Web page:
There, but for the grace of Dog go I. That’s what rattled around in my head as I read about those unfortunate – but resourceful — folks who lost their homes in the Croy fire near Morgan Hill the other week.

Back in ’93, us New Idrians, who also live reclusively away from the rest of society, came within a crosswind away of the same devastating fate. I’m not making this up either. Just a few miles from the Whimsy Mining Co. compound, some city slicking yahooing camper decided to fire bomb an anthill – in the middle of September. Ain’t that brilliant?

I remember it like yesterday – which means the memory is murky but let me give it a stab. It was a beautiful day. All of us New Idrians – that means all four of us – had turned out for the First Annual Orange Acres Renaissance Faire. A magical day, and the fete was like a slice out of time some 500 years ago.

With the gusto of a blacksmithee, I tackled my “character” – the ye olde town whore. I strolled around with my arms and neck shackled in wooden public stocks. My sister Mel, tambourine rattling in hand, played a tarty “wench” selling flowers – well, foxtails, anyway – and she was quite the comely lass although her handlebar mustache at that time was only a fuzzy shadow of what it is now. My brother Kemp was selling rocks to those who wanted to participate in a ye olde town “stoning” of a highgrader caught stealing benitoite. And Mayor Orange the Cat was trying to organize a ye olde midget toss – I know, I know! We told him it was a tasteless idea, discriminatory, and politically incorrect (although that last term wouldn’t be in circulation for another 500 years if we were really in the Renaissance). So he went out to catch a bunch of gophers to be the “tossees.”

Everyone stumbled around holding hand-sewn ye olde leather mugs. When we dipped the soft sterns into the “ale barrel” (a vat of flat Old Milwaukee), they leaked like sieves. No matter! We took turns dunking each other in the vat.

It was at the height of all this merry mayhem when we smelled burning weeds and brush wafting over us from down the road. We looked up and saw a huge plume of hellish smoke funneling toward the sky.

Kemp grabbed ye olde telephone and called CDF.

Within 20 minutes, helicopters were dumping buckets of water over the blazing hills as cargo planes unleashed orange retardant overhead (something that will no longer be available locally if the Hollister brain trust keeps operating). Crews were trucked in within the hour, and what a heart-stopping sight it was to see them form a line on the steep slopes to make a break in the fire’s march toward Orange Acres.

You can imagine the motley bunch that greeted the heroes with open arms: Mel, with her ye olde “hussy” skirts flapping; me, still stuck in the stocks but now sporting a gaudy three-pointed court jester’s cap on my head; Kemp, with a leaky leather beer mug in his hand; and Mayor Orange with a gopher hanging from his mouth. We weren’t “in character” anymore and we looked like hell. But we were never so grateful. We rolled the barrel of beer down the road to the firefighters’ staging area and Mel, the “wench,” made ye olde hamburgers for the brave lads.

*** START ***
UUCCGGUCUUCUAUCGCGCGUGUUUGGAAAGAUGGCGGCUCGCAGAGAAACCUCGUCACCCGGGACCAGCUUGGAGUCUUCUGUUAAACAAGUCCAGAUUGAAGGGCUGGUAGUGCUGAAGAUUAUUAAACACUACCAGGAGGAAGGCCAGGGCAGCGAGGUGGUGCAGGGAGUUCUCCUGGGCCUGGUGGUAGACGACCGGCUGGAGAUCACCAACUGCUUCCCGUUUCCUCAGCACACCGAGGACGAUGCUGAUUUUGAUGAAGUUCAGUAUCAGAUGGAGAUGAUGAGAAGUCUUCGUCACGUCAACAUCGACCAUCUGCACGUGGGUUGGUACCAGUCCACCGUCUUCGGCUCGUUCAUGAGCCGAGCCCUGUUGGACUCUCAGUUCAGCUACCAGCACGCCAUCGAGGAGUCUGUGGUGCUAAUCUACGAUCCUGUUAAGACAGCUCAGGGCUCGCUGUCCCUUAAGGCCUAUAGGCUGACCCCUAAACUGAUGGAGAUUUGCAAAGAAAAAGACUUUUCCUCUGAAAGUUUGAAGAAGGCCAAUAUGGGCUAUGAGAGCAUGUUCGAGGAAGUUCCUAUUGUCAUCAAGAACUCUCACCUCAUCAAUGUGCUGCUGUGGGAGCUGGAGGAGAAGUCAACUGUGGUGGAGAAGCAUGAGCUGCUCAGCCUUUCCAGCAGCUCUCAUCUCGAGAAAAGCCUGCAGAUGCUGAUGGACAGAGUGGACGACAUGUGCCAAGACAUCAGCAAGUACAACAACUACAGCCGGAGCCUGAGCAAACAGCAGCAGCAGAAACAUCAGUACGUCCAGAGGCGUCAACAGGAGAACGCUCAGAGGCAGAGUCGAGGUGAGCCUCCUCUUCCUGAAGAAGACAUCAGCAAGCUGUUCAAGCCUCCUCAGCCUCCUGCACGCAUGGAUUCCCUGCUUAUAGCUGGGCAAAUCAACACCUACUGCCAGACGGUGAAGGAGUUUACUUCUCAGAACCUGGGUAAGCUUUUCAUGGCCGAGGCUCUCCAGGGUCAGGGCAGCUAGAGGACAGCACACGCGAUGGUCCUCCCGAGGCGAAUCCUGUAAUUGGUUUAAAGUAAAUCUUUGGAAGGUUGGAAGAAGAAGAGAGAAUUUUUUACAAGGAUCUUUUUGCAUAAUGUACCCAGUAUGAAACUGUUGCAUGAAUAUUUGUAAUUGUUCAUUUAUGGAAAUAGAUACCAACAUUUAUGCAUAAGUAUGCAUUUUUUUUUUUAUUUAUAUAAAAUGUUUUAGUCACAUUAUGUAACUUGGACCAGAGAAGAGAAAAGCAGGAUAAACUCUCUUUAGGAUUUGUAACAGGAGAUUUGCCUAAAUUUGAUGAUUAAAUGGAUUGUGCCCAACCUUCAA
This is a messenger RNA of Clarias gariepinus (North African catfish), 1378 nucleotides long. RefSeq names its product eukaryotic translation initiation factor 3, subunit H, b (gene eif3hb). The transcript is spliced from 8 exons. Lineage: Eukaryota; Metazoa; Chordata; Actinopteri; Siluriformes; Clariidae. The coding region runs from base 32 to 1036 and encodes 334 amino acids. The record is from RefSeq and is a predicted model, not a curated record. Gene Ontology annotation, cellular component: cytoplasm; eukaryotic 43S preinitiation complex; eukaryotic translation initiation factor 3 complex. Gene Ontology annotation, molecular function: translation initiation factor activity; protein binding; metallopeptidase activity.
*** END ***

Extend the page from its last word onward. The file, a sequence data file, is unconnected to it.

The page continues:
So when I read about those people in the Morgan Hill outback losing everything to a wildfire, and then thought about how many more could have lost their homes and even their lives if it weren’t for the CDF, I was dumbfounded by recent (and past) actions of Hollister’s City Hall which, apparently, couldn’t give a ye olde flying spit ball about keeping CDF in San Benito.

But why should they? The staff and civic leaders of Hollister City Hall have fire services in their town.

I know exactly why the people in the Morgan Hill “boonies” and other remote areas choose to live where they do. It’s to put as much distance between themselves and civic leaders as possible.

And I’m sure they feel the same way about their homes as we do about ours here in New Idria. Our home may consist of only a few trailers scattered around a useless toxic canyon, our water may be orange and poisonous and fit for only a mad-hatting mutant two-headed frog, and our commute to the closest milk bottle may be 70 miles away – but this is the last place for us. We aren’t moving anymore. It’s our castle.

All we need now is a moat.

San Carlos Creek Update: Our City Attorney Lawnmower Man made an announcement at the last Orange Acres City Council meeting.

“We are upping the rent we charge for CDF to use our airspace above San Benito Mountain by two billion percent,” he said. “We need the money to pay for that sewage spill fine and those mandated outhouse improvements.”

We didn’t get to vote on it, though why the Orange Acres city staff should get to make decisions on issues that affect everyone within a 200-mile radius mystifies me. Since losing CDF, we now have jerry-rigged a ye olde fire abatement system consisting of four miles of intertwining rotten garden hoses all coming out of the toxic orange creek like the snakes on Medusa’s head. It looks like a Rube Goldberg contraption.

But when we tested it out, it was like throwing napalm on burning tires. I guess that’s what you get when you trade in one liability for another.

Comments about the Badlands? Email Kate “lock, stock and barrel” Woods at [email protected]

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